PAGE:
Emotions, we all experience them, but it can be hard to pin down exactly what they are. A standard dictionary definition of emotion is “a strong feeling deriving from one’s circumstances, mood or relationships with others.” The Latin root of the word is ‘ex’ meaning ‘out’ and ‘movere’ ‘to move’. Perhaps this can help us to understand how we experience our emotions, in that they ‘move us out’ of a calm, peaceful state into a stronger and not always desirable feeling state, such as fear or sadness.
We are programmed biologically to have emotions such as fear in order to alert us to danger – the feeling comes first to allow us to react and then come the thoughts about it. We sense we are in danger and so we run, milliseconds before having the conscious thought “I need to run”. Had we waited for the thought we may already have been eaten by the sabre-toothed tiger chasing us. However, our thoughts alone can also create emotional responses. These thoughts will often come from our unconscious programming and be driven by deeply held beliefs about ourselves and the world around us (for example feeling fearful caused by the belief ‘I am not good enough’ or ‘the world isn’t safe’) learnt from previous experiences.
We are conditioned to believe that certain emotions (such as happiness and joy) are acceptable and welcome, while other emotions (such as sadness, anger, fear) are less acceptable. Because of this conditioning we often try to suppress what we see as negative emotions and in doing so we adopt behaviours as coping strategies, these include cravings – causing us to reach for the chocolate cake, addictions – causing us to reach for a large glass of wine, unwanted habits – like overworking or binge-watching box-sets, and in the way we react to situations – going into a rage at the smallest thing, as well as in the body as physical symptoms – such as tension headaches and feeling tired. These are all important messages for us.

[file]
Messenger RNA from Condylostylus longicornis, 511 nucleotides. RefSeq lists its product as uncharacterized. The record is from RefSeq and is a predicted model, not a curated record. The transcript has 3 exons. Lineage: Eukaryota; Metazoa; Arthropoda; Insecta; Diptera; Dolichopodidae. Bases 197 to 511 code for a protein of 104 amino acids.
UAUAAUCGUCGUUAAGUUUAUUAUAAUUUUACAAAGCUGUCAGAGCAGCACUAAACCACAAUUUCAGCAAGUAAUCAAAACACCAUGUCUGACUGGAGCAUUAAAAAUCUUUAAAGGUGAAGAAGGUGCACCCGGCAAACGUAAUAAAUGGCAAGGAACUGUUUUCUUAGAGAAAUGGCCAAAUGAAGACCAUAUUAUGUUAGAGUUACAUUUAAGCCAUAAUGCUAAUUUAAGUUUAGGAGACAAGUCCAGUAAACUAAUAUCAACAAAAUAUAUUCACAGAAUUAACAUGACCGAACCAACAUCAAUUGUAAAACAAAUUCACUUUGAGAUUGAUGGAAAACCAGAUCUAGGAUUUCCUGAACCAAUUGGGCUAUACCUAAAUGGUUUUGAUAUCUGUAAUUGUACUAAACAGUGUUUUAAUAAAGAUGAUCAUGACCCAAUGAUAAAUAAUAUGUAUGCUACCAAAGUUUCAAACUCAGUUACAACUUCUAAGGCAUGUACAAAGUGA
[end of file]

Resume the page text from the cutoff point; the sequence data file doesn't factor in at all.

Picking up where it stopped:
Exploring how we are really feeling and working to uncover suppressed emotions helps us to resolve the underlying issue, which enables us to experience the changes we want in our lives, such as being healthier. Emotions are important guides worth listening to. If we do we can make the most of this inbuilt guidance system (like our own personal Sat Nav). When we try to suppress the negative emotions we also end up reducing our capacity to experience positive ones. Developing a healthy way of relating to the whole spectrum of our emotions will benefit us, allowing us to become attuned to what they are telling us.
EFT is a very powerful and effective tool for working with emotions. Different studies have shown that tapping on acupressure points calms down the amygdala (the part of the brain responsible for activating the stress response) and lowers the stress hormone cortisol. This allows us to focus on what we are feeling without becoming overwhelmed. We can feel the emotion and have the accompanying thoughts, while the tapping moves us back into a calm and peaceful state. Also by focusing on the problem and giving ourselves permission to acknowledge how we are feeling, instead of resisting doing so, allows for a sense of relief and encourages self-acceptance and self-compassion. The irony is that this acceptance is what allows us to let it go. As Carl Rogers said… “the curious paradox is that when I accept myself just as I am, then I can change.”
Working with our emotions when we recognise that we are out of balance helps us to heal and change, learning to process our emotions as they arise helps us to stay healthy and well in our daily lives.
In a later post, I will explore how EFT, NLP and hypnotherapy allow us to work with our thoughts and limiting beliefs driving our emotions.
You can find more information about EFT here: https://aametinternational.org/discover-eft/what-is-eft/